The OIE animal-centered approach

No discussion of farm animal welfare at the global level would be complete without mentioning the World Organization for Animal Health, otherwise known as the OIE. Created in 1924 to develop standards to combat the outbreak of animal diseases, OIE standards have become the international reference in the field of animal diseases for the World Trade Organization (WTO). In recent years, this relationship has helped the OIE become a key developer of international standards for animal welfare as well.

Countries are under no obligation to adopt OIE standards and guidelines, says Pajor. However, the OIE’s emphasis on science-based guidelines and its “five freedoms” of animal care (freedom from hunger and thirst; freedom from discomfort; freedom from pain, injury and disease; freedom to express normal behaviour; and freedom from fear and distress) have made the organization a standard-bearer for countries seeking approaches that satisfy customer demands.

“What sets the OIE’s guidelines apart is its emphasis on animal-based criteria as opposed to resource-based criteria. The difference is that the former sets out easily-measurable guidelines related to design and inputs such as space allowances, temperature ranges, and air quality. Animal-based criteria, on the other hand, focuses on performance and output factors such as survival rate, disease and injury, behaviour, and reaction to handlers. These criteria are very difficult to measure, but they address the needs of individual animals much more comprehensively.”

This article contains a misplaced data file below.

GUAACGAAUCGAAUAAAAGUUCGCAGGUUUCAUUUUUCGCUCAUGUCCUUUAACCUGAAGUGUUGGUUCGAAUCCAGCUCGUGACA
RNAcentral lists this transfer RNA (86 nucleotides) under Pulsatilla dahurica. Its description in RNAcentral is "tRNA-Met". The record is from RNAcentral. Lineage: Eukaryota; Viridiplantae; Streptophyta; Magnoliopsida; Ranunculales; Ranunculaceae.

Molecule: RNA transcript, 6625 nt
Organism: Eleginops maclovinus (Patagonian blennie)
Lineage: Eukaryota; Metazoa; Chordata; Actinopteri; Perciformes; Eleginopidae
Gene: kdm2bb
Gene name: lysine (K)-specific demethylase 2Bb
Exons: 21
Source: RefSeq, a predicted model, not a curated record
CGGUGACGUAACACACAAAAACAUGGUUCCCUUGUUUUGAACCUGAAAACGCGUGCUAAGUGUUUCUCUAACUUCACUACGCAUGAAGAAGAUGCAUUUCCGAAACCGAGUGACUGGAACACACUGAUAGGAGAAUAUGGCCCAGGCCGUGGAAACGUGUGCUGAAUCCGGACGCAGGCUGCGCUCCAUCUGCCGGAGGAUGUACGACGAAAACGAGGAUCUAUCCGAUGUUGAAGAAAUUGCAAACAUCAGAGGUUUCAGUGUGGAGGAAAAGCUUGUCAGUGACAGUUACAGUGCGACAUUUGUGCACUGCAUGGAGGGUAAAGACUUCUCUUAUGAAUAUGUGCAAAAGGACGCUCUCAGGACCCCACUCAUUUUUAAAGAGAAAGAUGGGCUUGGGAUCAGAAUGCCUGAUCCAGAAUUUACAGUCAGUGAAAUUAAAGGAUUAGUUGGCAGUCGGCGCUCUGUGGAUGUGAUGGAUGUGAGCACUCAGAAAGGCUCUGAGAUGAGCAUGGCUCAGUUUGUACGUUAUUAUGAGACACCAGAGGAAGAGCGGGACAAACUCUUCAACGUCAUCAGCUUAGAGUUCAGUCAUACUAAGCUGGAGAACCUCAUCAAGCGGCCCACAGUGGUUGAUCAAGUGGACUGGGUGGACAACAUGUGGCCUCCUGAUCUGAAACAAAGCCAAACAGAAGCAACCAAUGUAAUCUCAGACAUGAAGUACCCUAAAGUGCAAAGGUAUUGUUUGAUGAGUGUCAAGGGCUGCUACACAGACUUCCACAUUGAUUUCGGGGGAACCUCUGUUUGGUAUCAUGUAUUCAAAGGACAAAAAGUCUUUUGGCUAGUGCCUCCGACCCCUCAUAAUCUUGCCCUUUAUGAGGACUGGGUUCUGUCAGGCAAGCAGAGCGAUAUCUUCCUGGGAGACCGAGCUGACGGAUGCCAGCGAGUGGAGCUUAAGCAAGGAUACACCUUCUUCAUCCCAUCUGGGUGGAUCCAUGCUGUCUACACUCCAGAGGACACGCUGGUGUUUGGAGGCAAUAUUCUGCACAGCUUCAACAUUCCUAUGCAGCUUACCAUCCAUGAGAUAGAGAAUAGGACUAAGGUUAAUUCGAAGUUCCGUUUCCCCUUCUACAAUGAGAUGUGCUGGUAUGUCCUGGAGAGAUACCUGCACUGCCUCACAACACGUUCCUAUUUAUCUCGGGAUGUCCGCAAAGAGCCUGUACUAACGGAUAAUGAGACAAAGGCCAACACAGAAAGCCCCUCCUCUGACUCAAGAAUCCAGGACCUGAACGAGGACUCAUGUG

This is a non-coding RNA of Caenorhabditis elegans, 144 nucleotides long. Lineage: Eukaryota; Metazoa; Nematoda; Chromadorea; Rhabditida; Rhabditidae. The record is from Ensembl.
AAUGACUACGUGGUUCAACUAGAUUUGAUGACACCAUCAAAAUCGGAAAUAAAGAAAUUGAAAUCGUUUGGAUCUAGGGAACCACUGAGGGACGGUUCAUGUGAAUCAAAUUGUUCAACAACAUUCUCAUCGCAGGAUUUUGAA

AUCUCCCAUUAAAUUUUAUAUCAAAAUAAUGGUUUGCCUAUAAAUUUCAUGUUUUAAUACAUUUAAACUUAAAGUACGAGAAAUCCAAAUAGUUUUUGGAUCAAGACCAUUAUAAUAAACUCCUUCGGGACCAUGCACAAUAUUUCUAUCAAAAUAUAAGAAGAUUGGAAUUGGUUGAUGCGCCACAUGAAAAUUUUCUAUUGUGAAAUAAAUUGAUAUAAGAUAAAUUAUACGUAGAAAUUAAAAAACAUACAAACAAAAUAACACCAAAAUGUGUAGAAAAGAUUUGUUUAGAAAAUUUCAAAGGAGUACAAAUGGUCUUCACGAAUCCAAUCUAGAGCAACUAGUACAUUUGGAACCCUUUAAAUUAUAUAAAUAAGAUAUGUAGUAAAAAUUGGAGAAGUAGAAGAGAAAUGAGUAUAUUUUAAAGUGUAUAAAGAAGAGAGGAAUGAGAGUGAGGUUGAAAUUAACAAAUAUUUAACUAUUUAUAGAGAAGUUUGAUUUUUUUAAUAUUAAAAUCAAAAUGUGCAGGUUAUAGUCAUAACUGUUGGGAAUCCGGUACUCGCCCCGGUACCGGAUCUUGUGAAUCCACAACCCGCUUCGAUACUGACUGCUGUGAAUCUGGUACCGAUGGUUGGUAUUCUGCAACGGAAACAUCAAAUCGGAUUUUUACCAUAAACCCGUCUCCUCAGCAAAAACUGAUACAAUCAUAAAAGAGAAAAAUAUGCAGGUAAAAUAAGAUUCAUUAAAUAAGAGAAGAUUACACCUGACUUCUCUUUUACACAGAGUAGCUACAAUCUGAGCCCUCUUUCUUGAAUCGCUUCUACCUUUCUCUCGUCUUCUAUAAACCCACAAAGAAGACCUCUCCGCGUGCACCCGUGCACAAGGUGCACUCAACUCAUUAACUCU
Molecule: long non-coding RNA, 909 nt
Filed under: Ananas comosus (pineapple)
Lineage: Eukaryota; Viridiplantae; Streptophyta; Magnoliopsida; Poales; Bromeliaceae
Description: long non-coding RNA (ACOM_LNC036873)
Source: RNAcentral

Europe: a legislative approach

Speaking in a general sense, Europe is different culturally from countries such as the U.S. in that its citizens look to government for a comprehensive degree of leadership, says Pajor. And, true to the wishes of its populace, Europe took a lead on animal welfare in the 1960s, when the Council of Europe began to focus on animal welfare issues.

Today, animal welfare has become part of Europe’s culture of agriculture. The European model of developing animal welfare law follows the top-down model of the OIE – albeit on a more prescriptive basis – by providing guidelines and minimum requirements that often become law at the national level.

The Council of Europe, which includes 46 member states, issues both binding conventions and non-binding guidelines on animal care for its members. The 27 countries that make up the European Union also fall under directives established by the EU-27, he says. These directives, which are almost always based on reports from scientific experts, generally focus on animal-centered outcomes such as space allowance per animal, freedom of movement, social interaction and the limitation of painful interventions.